In fact, when a credit card is used, two credit transactions are taking place at once. In the above example, American Express lends me the money by paying the restaurant on my behalf; at the same time, I pledge to pay American Express $20 plus interest. In other words, American Express picks up my tab and then I owe it money.

Credit cards, then, are not part of the money supply. But carrying them enables me to walk around with a far lower cash balance, for they provide me with the ability to borrow instantly from the credit card companies. Credit cards permit me to economize on cash.

The development of credit cards, clearing systems, and other devices to economize cash, will therefore cause the demand for money to be reduced, and prices to increase. Again, however, these effects are one-shot, as the new device is invented and spreads throughout the economy, and its impact is probably not very important quantitatively. These new devices cannot begin to account for the chronic, let alone the accelerating, inflation that plagues the modern world.


An intangible, but highly important determinant of the demand for money, is the basic confidence that the public or market has in the money itself. Thus, an attempt by the Mongols to introduce paper money in Persia in the twelfth and thirteenth centuries flopped, because no one would accept it. The public had no confidence in the paper money, despite the awesomely coercive decrees that always marked Mongol rule. Hence, the public’s demand for the money was zero. It takes many years—in China it took two to three centuries—for the public to gain enough confidence in the money, so that its demand for the money will rise from near zero to a degree great enough to circulate throughout the kingdom.

Public confidence in the country’s money can be lost as well as gained. Thus, suppose that a money is King Henry’s paper, and King Henry has entered a war with another state which he seems about to lose. King Henry’s money is going to drop in public esteem and its demand can suddenly collapse.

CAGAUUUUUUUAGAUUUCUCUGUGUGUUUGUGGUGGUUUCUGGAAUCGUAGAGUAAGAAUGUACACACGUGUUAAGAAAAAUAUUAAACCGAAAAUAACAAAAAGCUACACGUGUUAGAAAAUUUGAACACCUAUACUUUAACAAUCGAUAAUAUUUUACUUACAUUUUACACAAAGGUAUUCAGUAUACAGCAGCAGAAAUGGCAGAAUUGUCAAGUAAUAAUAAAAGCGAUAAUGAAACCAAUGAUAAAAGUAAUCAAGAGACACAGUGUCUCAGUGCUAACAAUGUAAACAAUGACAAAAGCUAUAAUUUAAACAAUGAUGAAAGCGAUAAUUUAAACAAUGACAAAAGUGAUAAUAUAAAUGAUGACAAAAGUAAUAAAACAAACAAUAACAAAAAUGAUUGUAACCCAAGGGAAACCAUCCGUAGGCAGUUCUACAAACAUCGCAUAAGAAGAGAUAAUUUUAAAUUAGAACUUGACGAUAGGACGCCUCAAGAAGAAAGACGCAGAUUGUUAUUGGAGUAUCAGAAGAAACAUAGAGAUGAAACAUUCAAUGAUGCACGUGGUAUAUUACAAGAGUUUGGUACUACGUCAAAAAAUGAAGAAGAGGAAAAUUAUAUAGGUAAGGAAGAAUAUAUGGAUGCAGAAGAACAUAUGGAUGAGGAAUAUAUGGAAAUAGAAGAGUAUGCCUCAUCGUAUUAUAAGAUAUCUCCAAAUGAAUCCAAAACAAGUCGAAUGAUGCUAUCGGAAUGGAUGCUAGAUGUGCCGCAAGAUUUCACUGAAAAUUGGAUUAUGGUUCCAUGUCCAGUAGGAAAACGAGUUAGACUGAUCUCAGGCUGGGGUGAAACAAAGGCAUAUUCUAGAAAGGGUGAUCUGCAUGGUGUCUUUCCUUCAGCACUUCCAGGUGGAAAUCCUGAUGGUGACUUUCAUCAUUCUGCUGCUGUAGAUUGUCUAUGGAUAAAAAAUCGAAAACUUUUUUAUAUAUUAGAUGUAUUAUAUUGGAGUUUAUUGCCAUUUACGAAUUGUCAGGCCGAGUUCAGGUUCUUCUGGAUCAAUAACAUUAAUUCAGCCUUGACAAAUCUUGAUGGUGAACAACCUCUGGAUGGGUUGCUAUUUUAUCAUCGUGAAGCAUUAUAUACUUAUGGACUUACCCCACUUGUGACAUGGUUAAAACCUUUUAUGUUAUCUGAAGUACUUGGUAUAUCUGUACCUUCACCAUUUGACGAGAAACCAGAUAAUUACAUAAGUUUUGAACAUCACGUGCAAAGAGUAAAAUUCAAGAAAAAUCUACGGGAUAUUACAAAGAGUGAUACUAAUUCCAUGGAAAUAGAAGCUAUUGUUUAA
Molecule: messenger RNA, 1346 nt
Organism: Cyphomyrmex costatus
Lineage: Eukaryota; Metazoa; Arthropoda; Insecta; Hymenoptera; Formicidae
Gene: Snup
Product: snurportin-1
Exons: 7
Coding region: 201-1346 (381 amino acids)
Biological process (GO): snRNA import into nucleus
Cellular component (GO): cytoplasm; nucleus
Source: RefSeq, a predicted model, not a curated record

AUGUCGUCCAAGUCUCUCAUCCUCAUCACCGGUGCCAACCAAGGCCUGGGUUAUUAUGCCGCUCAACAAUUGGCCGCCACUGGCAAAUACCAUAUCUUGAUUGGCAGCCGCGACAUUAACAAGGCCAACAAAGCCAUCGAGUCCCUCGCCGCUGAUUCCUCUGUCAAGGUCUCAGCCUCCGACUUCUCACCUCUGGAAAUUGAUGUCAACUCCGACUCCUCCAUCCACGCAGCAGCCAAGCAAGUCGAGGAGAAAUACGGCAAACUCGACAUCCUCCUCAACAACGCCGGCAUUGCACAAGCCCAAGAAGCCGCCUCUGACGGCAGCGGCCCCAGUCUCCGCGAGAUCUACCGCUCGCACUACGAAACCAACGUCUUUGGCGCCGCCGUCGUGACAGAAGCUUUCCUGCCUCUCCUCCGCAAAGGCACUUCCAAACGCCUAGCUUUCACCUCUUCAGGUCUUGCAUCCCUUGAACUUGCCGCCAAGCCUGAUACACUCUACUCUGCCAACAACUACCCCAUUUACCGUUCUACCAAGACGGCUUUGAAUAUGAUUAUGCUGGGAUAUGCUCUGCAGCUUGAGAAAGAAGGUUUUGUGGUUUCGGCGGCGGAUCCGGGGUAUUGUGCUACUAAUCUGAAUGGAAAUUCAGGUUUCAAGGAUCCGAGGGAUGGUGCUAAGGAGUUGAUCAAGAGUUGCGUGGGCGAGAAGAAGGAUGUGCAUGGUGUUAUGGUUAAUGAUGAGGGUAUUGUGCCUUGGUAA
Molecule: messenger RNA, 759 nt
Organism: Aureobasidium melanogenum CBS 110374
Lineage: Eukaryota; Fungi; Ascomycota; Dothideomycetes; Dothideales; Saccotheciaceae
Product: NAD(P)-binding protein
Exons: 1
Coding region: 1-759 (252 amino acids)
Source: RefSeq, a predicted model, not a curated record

It should be clear then, that the demand for paper money, in contrast to gold, is potentially highly volatile. Gold and silver are always in demand, regardless of clime, century, or government in power. But public confidence in, and hence demand for, paper money depends on the ultimate confidence—or lack thereof—of the public in the viability of the issuing government. Admittedly, however, this influence on the demand for money will only take effect in moments of severe crisis for the ruling regime. In the usual course of events, the public’s demand for the government’s money will likely be sustained.


We have dealt so far with influences on the demand for money that have been either one-shot (frequency of payment and clearing systems), remote (confidence in the money), or gradual (supply of good and services). We come now to the most important single influence on the demand for money: This is the public’s expectation of what will happen to prices in the near, or foreseeable, future. Public expectation of future price levels is far and away the most important determinant of the demand for money.

But expectations do not arise out of thin air; generally, they are related to the immediate past record of the economy. If prices, for example, have been more or less stable for decades, it is very likely that the public will expect prices to continue on a similar path. There is no absolute necessity for this, of course; if conditions are changing swiftly, or are expected to change quickly, then people will take the changes into account.

If prices are generally expected to remain the same, then the demand for money, at least from the point of view of expectations, will remain constant, and the demand for money curve will remain in place. But suppose that, as was the case during the relatively free-market and hard-money nineteenth century, prices fell gradually from year to year. In that case, when people knew in their hearts that prices would be, say, 3 percent lower next year, the tendency would be to hold on to their money and to postpone purchase of the house or washing machine, or whatever, until next year, when prices would be lower. Because of these deflationary expectations, then, the demand for money will rise, since people will hold on to more of their money at any given price level, as they are expecting prices to fall shortly. This rise in the demand for money (shown in Figure 3.6) would cause prices to fall immediately. In a sense, the market, by expecting a fall in prices, discounts that fall, and makes it happen right away instead of later. Expectations speed up future price reactions.